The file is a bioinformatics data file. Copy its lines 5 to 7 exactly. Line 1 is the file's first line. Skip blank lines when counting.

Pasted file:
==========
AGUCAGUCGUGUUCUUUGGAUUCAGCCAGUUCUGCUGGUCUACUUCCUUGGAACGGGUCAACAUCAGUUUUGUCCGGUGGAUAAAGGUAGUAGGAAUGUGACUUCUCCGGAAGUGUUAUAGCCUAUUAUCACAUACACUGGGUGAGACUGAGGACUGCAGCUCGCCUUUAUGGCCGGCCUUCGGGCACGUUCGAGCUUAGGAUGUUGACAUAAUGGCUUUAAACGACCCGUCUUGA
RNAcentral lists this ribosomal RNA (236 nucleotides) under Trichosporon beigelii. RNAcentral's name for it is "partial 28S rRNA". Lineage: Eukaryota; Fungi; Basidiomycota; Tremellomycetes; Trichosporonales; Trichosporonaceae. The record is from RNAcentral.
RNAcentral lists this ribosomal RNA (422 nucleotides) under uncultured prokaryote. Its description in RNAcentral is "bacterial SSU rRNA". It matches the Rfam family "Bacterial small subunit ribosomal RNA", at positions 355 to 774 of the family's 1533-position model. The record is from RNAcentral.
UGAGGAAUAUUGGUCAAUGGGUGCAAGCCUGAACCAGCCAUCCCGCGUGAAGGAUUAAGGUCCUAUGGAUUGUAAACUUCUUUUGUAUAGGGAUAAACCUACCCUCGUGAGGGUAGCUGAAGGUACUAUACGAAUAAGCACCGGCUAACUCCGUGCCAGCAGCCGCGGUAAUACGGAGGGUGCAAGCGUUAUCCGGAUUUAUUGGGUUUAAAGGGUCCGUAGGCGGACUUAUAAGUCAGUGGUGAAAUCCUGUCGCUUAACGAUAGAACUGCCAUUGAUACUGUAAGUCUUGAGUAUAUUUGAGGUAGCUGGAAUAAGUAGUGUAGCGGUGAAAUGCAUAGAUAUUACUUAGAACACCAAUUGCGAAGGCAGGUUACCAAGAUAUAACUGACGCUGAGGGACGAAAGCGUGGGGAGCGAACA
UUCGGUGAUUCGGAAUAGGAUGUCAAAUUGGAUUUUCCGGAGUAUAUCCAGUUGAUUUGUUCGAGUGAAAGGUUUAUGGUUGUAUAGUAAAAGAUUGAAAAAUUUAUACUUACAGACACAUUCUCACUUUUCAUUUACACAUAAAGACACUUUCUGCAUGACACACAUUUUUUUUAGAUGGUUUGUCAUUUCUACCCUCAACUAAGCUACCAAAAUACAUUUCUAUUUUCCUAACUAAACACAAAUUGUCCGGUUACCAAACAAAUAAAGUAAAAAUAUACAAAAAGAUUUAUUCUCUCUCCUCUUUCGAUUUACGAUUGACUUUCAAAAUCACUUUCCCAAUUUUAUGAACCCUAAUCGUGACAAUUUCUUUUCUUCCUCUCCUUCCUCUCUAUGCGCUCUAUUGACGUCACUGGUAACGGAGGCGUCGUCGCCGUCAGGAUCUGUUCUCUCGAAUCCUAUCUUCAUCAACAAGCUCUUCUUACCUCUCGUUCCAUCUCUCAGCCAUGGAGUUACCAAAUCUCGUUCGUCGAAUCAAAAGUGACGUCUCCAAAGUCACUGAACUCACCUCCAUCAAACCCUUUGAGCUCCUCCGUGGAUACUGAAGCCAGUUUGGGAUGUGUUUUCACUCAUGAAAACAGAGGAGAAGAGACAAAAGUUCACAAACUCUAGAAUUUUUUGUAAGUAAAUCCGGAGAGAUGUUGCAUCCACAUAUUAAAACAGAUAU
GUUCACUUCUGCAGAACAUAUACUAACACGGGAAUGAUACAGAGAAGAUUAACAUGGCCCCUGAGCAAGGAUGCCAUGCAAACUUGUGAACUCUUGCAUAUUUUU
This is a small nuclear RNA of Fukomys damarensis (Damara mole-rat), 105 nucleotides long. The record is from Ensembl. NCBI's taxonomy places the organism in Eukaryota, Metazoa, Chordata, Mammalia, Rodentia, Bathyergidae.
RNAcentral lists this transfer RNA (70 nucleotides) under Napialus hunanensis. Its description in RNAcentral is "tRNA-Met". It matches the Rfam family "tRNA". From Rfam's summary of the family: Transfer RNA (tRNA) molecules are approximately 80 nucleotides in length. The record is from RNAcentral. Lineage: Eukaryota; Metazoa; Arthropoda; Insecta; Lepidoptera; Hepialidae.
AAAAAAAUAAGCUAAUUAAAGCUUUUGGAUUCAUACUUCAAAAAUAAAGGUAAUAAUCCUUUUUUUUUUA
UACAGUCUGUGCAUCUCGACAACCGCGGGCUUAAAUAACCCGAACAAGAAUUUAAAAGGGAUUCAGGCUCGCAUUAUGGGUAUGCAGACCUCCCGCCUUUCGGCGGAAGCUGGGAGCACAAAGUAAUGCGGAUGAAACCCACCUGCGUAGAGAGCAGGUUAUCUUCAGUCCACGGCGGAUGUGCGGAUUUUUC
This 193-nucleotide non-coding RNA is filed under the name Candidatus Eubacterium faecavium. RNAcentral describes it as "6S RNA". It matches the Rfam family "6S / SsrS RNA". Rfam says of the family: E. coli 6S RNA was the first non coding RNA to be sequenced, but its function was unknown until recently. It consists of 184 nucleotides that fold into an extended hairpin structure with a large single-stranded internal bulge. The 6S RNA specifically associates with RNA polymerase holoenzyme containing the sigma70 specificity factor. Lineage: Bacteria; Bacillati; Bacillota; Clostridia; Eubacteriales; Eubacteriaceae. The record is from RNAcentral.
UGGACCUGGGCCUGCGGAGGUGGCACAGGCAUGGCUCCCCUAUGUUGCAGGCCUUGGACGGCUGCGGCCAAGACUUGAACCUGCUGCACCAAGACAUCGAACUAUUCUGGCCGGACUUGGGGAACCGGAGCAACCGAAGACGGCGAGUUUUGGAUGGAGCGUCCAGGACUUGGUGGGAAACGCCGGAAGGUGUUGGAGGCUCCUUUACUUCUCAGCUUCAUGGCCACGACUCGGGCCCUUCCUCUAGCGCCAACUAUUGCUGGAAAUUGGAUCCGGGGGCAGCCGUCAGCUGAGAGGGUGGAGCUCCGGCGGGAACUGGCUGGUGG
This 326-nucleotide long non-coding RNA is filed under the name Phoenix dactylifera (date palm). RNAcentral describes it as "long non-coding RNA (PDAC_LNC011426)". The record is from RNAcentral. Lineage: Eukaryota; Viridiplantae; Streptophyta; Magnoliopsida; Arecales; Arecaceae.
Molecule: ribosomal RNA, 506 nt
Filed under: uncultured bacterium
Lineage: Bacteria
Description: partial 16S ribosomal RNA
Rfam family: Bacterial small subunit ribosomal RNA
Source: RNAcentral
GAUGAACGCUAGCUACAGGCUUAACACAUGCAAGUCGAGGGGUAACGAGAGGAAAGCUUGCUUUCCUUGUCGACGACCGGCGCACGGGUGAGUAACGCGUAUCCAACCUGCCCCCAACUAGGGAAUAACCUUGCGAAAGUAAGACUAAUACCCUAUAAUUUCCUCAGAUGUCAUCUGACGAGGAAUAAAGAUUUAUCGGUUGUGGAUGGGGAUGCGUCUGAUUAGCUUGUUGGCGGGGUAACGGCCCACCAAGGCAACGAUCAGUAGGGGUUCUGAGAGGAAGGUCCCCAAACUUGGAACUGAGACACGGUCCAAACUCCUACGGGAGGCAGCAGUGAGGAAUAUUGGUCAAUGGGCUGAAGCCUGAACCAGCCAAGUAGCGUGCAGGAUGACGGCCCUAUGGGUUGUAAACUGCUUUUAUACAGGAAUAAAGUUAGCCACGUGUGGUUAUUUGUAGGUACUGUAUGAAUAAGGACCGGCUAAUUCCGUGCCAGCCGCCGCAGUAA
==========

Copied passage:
UUCGGUGAUUCGGAAUAGGAUGUCAAAUUGGAUUUUCCGGAGUAUAUCCAGUUGAUUUGUUCGAGUGAAAGGUUUAUGGUUGUAUAGUAAAAGAUUGAAAAAUUUAUACUUACAGACACAUUCUCACUUUUCAUUUACACAUAAAGACACUUUCUGCAUGACACACAUUUUUUUUAGAUGGUUUGUCAUUUCUACCCUCAACUAAGCUACCAAAAUACAUUUCUAUUUUCCUAACUAAACACAAAUUGUCCGGUUACCAAACAAAUAAAGUAAAAAUAUACAAAAAGAUUUAUUCUCUCUCCUCUUUCGAUUUACGAUUGACUUUCAAAAUCACUUUCCCAAUUUUAUGAACCCUAAUCGUGACAAUUUCUUUUCUUCCUCUCCUUCCUCUCUAUGCGCUCUAUUGACGUCACUGGUAACGGAGGCGUCGUCGCCGUCAGGAUCUGUUCUCUCGAAUCCUAUCUUCAUCAACAAGCUCUUCUUACCUCUCGUUCCAUCUCUCAGCCAUGGAGUUACCAAAUCUCGUUCGUCGAAUCAAAAGUGACGUCUCCAAAGUCACUGAACUCACCUCCAUCAAACCCUUUGAGCUCCUCCGUGGAUACUGAAGCCAGUUUGGGAUGUGUUUUCACUCAUGAAAACAGAGGAGAAGAGACAAAAGUUCACAAACUCUAGAAUUUUUUGUAAGUAAAUCCGGAGAGAUGUUGCAUCCACAUAUUAAAACAGAUAU
GUUCACUUCUGCAGAACAUAUACUAACACGGGAAUGAUACAGAGAAGAUUAACAUGGCCCCUGAGCAAGGAUGCCAUGCAAACUUGUGAACUCUUGCAUAUUUUU
This is a small nuclear RNA of Fukomys damarensis (Damara mole-rat), 105 nucleotides long. The record is from Ensembl. NCBI's taxonomy places the organism in Eukaryota, Metazoa, Chordata, Mammalia, Rodentia, Bathyergidae.